The Corner

Culture

Thomas Wolfe and the Life of Genius

I have long been allergic to movie dramas about writers. Who among us has not cringed at the clichés of the genre, distinguished from the clichés of other genres chiefly by their stubborn resistance to anything fresh? If you’ve seen one montage of a guy frenziedly typing or scribbling, you’ve seen ’em all. (In Trumbo, they put Bryan Cranston into a bathtub. It didn’t help.) Even Woody Allen, one of my favorite directors and someone who appears better-read than most of them, falters when he puts writers at the center of the action. (In Midnight in Paris, the fact that his characters were famous for writing books made it all the more remarkable that they seemed to have nothing interesting to say to one another. The story could just as well have been about real-estate agents or plumbers. Look, it’s T. S. Eliot! What’s he doing? Getting out of a cab!)

So I went to the new movie Genius, about Thomas Wolfe and his legendary editor, Maxwell Perkins, with seriously low expectations — and was utterly delighted to see how much good actors can accomplish even with this unpromising genre. Jude Law was terrific as Wolfe, lighting up the screen with boyish southern exuberance for most of the film, but equally convincing in scenes where Wolfe’s ego makes him highly unpleasant and alienating to his loved ones.  Nicole Kidman is excellent, too: In all such films, there is The Scene Where the Author’s Love Interest Dramatically Excoriates Him for Being Obsessed with His Work to the Point of Forsaking Love. But darned if Kidman doesn’t breathe some genuine life into it. Laura Linney has a parallel scene, as Perkins’s wife – not as pyrotechnic as Kidman’s scene, but just as good in its own way. Colin Firth is the emotionally restrained editor Perkins, brought somewhat out of his shell by the Life Force of His Hard-Living Friend — I’m sorry, did I mention that this genre has clichés that make Noh drama seem spontaneous? – and acquits himself quite creditably. Yes, the characters in the film are Types, but they also come across as people.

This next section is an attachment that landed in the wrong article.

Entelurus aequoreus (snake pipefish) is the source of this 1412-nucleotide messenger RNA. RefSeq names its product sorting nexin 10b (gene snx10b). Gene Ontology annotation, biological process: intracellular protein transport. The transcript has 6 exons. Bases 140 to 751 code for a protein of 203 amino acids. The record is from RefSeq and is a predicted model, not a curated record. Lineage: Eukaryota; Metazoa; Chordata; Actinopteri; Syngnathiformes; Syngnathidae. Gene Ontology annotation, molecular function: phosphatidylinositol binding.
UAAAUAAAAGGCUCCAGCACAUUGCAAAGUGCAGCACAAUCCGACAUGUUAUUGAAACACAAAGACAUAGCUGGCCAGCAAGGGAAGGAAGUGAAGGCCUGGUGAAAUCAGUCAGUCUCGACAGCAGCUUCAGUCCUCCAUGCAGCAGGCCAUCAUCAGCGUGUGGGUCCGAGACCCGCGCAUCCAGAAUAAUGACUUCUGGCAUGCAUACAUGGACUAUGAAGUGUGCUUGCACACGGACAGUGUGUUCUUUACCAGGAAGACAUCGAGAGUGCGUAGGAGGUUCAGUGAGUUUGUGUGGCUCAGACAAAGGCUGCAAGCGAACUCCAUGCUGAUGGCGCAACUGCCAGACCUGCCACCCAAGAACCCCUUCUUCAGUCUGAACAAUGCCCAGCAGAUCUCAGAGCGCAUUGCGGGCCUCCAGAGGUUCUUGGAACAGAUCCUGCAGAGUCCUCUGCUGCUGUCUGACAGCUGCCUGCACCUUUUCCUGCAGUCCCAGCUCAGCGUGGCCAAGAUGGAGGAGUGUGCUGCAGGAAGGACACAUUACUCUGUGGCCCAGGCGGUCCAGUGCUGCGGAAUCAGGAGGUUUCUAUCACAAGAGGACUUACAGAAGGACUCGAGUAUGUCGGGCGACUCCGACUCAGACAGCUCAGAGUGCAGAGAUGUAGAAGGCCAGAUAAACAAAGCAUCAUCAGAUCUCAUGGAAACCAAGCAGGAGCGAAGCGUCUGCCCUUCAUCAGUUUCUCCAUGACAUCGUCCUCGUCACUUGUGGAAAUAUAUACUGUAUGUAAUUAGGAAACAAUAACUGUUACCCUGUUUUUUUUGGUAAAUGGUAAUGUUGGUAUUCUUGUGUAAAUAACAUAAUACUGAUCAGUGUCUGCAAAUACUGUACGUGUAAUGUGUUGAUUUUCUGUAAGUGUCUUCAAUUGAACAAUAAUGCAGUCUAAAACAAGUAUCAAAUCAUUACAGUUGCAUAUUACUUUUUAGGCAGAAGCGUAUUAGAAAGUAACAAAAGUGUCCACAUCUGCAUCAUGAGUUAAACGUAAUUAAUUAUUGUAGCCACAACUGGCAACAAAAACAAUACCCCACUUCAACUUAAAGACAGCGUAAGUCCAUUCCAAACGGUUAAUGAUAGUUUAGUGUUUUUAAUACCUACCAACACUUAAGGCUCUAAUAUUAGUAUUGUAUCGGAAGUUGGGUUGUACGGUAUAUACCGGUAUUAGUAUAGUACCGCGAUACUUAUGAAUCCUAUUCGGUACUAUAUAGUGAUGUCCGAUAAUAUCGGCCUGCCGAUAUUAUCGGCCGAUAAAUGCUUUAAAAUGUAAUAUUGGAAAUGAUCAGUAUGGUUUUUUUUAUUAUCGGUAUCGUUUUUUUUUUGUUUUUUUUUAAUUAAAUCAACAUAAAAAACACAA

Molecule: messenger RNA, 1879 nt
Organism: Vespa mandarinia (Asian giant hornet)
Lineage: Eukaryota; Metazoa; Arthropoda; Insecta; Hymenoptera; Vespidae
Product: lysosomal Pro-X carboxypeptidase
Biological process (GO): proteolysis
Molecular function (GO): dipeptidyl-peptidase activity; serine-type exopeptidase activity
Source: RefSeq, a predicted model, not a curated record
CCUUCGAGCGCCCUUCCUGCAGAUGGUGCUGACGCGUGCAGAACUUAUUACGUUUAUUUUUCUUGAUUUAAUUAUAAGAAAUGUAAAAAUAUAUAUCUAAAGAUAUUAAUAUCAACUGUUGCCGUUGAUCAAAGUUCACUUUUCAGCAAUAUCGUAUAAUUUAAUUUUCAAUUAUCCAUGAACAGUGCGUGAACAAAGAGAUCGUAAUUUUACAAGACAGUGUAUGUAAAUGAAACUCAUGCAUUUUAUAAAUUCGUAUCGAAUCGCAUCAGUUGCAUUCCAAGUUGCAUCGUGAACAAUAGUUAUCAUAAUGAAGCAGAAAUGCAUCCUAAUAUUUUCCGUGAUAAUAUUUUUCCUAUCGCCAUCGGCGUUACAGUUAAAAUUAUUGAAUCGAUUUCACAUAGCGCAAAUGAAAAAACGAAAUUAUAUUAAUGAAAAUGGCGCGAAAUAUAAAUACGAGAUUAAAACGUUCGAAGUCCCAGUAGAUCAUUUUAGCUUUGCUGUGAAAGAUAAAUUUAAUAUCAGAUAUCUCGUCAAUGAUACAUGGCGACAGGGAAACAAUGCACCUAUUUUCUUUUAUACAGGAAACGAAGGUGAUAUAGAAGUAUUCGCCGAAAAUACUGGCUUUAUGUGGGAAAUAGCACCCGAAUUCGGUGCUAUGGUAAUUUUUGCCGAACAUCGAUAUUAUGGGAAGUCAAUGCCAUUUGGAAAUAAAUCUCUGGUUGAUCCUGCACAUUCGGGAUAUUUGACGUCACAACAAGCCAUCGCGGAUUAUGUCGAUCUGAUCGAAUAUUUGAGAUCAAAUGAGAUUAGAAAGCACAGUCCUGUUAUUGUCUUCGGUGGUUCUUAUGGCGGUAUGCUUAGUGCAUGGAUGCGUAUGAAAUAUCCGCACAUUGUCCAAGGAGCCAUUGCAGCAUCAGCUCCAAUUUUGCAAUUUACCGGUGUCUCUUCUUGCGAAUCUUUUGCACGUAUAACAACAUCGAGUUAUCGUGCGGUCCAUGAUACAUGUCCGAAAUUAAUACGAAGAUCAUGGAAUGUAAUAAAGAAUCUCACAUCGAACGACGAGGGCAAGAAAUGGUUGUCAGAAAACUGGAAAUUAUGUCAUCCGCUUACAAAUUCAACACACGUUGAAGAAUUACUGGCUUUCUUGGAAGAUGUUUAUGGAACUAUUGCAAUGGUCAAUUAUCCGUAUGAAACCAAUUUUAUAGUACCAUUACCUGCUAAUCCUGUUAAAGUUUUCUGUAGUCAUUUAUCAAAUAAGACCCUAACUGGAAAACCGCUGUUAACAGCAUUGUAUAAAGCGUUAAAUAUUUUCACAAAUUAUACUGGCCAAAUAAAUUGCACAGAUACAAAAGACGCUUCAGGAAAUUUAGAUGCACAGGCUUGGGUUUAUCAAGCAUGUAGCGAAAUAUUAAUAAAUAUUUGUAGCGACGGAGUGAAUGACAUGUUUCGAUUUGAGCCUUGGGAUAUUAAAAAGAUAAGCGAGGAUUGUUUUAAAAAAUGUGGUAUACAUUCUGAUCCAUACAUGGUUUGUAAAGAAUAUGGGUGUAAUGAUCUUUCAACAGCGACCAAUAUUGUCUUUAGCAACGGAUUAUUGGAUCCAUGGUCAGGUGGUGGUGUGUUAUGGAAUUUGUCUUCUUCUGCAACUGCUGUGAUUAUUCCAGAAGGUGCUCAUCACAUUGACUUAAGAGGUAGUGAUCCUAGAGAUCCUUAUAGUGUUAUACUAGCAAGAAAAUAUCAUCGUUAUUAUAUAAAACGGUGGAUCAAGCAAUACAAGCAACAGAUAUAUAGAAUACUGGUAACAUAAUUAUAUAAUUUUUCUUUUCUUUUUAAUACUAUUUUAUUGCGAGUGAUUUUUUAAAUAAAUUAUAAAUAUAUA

Genius is what Hollywood thinks of as a “prestige movie,” one that might not have a large audience but that offers its cast such opportunities for bravura that it will be a showcase for talent, i.e., “Oscarbait.” But even prestige movies need to find an audience, albeit a small one. I went to last night’s 9:50 p.m. showing of Genius at the Arclight in Hollywood, just ten days into its run – and I was the only person in the theatre. I’ve seen my share of flops over the years, but I don’t remember ever being completely alone at a public screening.

It’s probably owing to a combination of bad reviews and the fact that it’s been a long time since the figure of Thomas Wolfe had cultural resonance. But the film deserves better: It has great performances, not just in the lead roles mentioned above but also in a delightful cameo by Guy Pearce as Scott Fitzgerald; and it has an emotionally compelling tearjerker of a plot. I am glad I got to see it, and hope others will give it a chance before it sinks into oblivion.

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